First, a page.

After eighteen months he came down fully confident of himself, and able to take control of his life. Never again would he be so heavily influenced by his society around him. (Though it is probably safe to say that his circumstances were also probably never again as traumatic!).  
  Bulls, Challengers, and the Godhand  


In 1950, Sosai Mas Oyama started testing (and demostrating) his power by fighting bulls. In all, he fought 52 bulls, three of which were killed instantly, and 49 had their horns taken off with knife hand blows. That it is not to say that it was all that easy for him. Sosai often recalls with amusement that his first attempt to knock out a bull resulted in simply getting the beast very mad. Today, the animal rights groups would have something to say about these demonstrations, despite the fact that the animals were already all destined for slaughter.

In 1952, Oyama first travelled to the United States to display the art of karate, demostrating regularly for an entire year, all over the country, as well as on national television.

  Over the years to follow, he matched against professional boxers, wrestlers and anyone else who would accept the challenge. In all, Oyama fought 270 challengers, defeating every one. Of these, the vast majority of these were defeated with one punch! Never did a fight last more than three minutes; rarely did it take more than a few seconds to crush his opponent. His fighting principle was simple - if he got through to you, that was it.  
  If he hit you, you broke. If you blocked a rib punch, your arm would break or dislocate. If you didn't block, your rib was broken. Due to his power, he became known as the Godhand, a living manifestation of the Japanese warriors' maxim Ichi geki, Hissatsu or "One strike, certain death". To him, this was the true aim of technique in karate. The fancy footwork and intricate techniques were secondary (though he was also known for the power of his head kicks).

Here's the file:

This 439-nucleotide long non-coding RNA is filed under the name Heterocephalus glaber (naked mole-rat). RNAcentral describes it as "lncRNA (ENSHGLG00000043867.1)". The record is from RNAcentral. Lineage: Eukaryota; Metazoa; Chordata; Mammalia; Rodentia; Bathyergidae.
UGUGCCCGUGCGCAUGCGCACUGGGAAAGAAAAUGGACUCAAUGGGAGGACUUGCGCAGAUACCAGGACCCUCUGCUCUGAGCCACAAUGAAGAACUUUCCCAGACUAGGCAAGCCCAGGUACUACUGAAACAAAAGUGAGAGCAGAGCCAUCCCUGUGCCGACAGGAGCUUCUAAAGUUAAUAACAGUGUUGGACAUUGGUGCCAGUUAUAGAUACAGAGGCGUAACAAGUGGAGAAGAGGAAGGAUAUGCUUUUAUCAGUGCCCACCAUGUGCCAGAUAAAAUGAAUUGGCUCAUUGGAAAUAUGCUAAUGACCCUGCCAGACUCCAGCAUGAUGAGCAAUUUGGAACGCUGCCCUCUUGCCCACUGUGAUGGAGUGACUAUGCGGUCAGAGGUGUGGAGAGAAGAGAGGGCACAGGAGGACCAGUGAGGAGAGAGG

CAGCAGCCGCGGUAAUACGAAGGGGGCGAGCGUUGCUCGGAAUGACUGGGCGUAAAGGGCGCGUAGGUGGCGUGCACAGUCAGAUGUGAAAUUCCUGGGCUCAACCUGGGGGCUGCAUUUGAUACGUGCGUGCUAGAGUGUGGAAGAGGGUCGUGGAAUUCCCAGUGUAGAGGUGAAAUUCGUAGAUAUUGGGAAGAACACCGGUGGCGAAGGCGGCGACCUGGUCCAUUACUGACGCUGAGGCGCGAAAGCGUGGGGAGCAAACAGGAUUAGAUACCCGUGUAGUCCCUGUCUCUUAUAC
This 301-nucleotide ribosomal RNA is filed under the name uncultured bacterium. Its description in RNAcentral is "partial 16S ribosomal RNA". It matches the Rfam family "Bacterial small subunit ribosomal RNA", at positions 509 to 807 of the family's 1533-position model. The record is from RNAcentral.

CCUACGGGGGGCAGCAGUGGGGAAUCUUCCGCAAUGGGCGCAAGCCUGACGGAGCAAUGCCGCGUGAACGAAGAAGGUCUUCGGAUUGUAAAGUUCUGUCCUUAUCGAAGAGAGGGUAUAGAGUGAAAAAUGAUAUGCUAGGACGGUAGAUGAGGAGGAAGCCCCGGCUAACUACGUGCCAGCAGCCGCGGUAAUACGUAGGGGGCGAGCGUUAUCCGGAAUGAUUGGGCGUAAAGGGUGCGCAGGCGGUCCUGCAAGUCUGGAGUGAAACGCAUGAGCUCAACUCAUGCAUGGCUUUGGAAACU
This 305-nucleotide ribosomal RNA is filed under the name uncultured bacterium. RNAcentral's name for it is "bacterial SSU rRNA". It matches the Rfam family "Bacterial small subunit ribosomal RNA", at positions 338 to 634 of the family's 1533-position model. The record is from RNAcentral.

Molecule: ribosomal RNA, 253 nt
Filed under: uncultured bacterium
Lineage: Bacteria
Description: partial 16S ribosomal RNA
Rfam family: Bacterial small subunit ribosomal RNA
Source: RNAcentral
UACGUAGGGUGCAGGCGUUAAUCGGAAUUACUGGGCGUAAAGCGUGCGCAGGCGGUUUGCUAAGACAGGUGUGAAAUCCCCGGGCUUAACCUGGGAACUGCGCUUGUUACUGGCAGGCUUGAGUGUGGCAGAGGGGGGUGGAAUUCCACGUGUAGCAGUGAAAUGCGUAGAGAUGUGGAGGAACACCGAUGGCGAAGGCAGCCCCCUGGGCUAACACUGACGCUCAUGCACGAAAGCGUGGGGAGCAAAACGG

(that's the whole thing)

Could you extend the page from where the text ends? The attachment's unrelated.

During one of his visits in the United States, Mas Oyama met Jacques Sandulescu, a big (190cm and 190kg of muscle) Romanian who was sent to prison by the Red Army (at the age of 16), and sent to the coal mines as a slave labourer for two years. The two quickly became friends and remained so for the rest of Oyama's life. You can read a short biography of Jacques on this website:  
  or his autobiography at  
  Oyama Dojo  
  In 1953, Mas Oyama opened his own independent karate dojo, named "Oyama Dojo" a grass lot in Mejiro, Tokyo. Shihandai Kenji Mizushima was the chief instructor. In 1956, the true beginning of the Oyama Karate School was made, with the opening of the Oyama Dojo in a former ballet studio behind Rikkyo University, 500 metres from the location of the current Japanese honbu dojo (headquarters). Within a short space of time membership grew to 300, and then 700 within a year. Practitioners of other styles came to train here too, for the jis-sen kumite (full contact fighting).  

The Oyama Dojo members took their kumite seriously, seeing it primarily as a fighting art, so they expected to hit and to be hit. With few restrictions, attacking the head was common, usually with the palm heel or towel-wrapped knuckles. Grabs, throws, and groin attacks were also common. Kumite rounds would continue till one person loudly conceded defeat. Injuries occurred on a daily basis and the drop out rate was high (over 90%). They had no official do-gi and wore whatever they had.

  One of the original instructors, Kenji Kato, has said that they would observe those from other styles, and adopt any techniques that "would be good in a real fight". This was how Mas Oyama's karate evolved. He took techniques from all martial arts, and did not restrict himself to karate alone.  
  Whilst the Tokyo dojo continue to grow , Mas Oyama continued to travel the world, researching all types of Martial Arts and demostrating his power karate. In 1957, when he was 34, he was nearly killed when he was gored by a bull during an exhibition match in Mexico. Oyama somehow managed to pull the bull off and break off his horn. He was rushed to hospital and soon returned to Japan where he remained for six months unable to move from bed. By sheer force of will, he gradually regained his health from the usually fatal wound.